When you get an e-mail like this, stop what you are doing immediately and notify 1) Human Resources and 2) your IS/IT department. Both of them will likely want you to forward the e-mail to them but do not do so until they ask! The IS/IT department in particular will want to examine the electronic "paper trail" but they may want to start with your e-mail box as it was when you got the mail. If HR knows you got an e-mail like this and somehow porn shows up on your system a couple of days later, they're not going to show you the door like they would if you hadn't told them.

No, honest! That 6.5 gigs of porn wasn't there last Friday! I got this e-mail, see, and they said they'd do this if I didn't....

HR will be far less likely to buy that one but if they knew about it in advance, that'd be a different story. In the final analysis most of these threats are simply that: threats and bluffs. If you pay this time, they will be back and they'll want more. Don't give them the opening they want.

Monday, December 29, 2003

OK, Bullshit

Remember this hue and cry from the Left side of the political aisle? There is no evidence - none! - that Saddam Hussein had anything to do with the attacks on 9/11! Our friends in the press and the so-called "Liberal" think tanks were aghast that so many Americans had such a notion and were clearly convinced that anyone who held such a position was a dimwit and shouldn't be allowed to breed. After all, there was (and remains) no evidence of such a connection and any suspicion that there was is merely a "Conservative" conspiracy to drum up support for the actions in Iraq. Such suspicion was merely wishful thinking and the sign of weak reasoning and mental capacity. If there's no evidence of it, then believing it anyway is sheer idiocy.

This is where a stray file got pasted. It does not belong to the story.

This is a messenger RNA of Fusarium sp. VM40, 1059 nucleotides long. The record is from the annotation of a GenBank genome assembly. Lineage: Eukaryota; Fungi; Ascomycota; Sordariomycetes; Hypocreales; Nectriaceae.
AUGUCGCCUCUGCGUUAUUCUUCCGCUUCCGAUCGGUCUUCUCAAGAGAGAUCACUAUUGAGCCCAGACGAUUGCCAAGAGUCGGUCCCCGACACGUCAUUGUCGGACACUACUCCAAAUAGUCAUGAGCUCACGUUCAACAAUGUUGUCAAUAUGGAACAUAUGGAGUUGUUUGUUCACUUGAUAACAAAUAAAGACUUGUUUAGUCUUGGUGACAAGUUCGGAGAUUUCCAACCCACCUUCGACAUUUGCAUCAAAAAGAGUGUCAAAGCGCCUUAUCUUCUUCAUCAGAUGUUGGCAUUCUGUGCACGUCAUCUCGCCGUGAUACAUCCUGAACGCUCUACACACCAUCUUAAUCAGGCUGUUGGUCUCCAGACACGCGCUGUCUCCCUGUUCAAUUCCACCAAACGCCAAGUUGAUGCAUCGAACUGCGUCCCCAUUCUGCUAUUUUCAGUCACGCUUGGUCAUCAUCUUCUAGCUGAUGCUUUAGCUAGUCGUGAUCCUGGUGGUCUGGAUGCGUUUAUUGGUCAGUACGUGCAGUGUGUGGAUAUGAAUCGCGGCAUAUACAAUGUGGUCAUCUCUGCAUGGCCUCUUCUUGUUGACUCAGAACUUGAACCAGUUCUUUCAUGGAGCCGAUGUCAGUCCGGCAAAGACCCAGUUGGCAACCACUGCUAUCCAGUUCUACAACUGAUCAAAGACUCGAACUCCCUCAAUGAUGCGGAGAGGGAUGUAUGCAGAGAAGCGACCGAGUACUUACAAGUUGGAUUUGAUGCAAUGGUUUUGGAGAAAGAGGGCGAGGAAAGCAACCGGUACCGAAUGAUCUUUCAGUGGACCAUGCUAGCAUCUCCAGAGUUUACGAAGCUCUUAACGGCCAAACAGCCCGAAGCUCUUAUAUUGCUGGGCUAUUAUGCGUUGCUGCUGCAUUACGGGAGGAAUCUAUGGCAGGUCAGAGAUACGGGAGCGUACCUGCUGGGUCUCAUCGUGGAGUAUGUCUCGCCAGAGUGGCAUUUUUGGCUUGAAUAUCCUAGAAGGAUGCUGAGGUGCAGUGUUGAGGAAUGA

Oh, but about that thing where Saddam Hussein wasn't really captured as reported, but rather that he'd been in our custody for some time and, only when the President needed a quick hit in the polls, was suddenly "produced", well that's almost a certainty. Sure, there's zero evidence of such a thing, but hey the suspicion is there and that means it's not only plausible but it's pretty likely.

Crap. Be paranoid about something like this and then look down their noses at people who think maybe there's some connection between groups that would love to kill several thousand of us in our sleep? Stuff it. I've read all kinds of blogs on the subject and absolutely none of them can offer a single piece of evidence to support such a thing. Innuendo, baseless gossip, general dislike for the administration and wild accusations are all they propose and that doesn't prove a thing. So I will simply think of them what they've thought of others who proceeded to believe other proofless items and call it a day.

What Republicans Believe?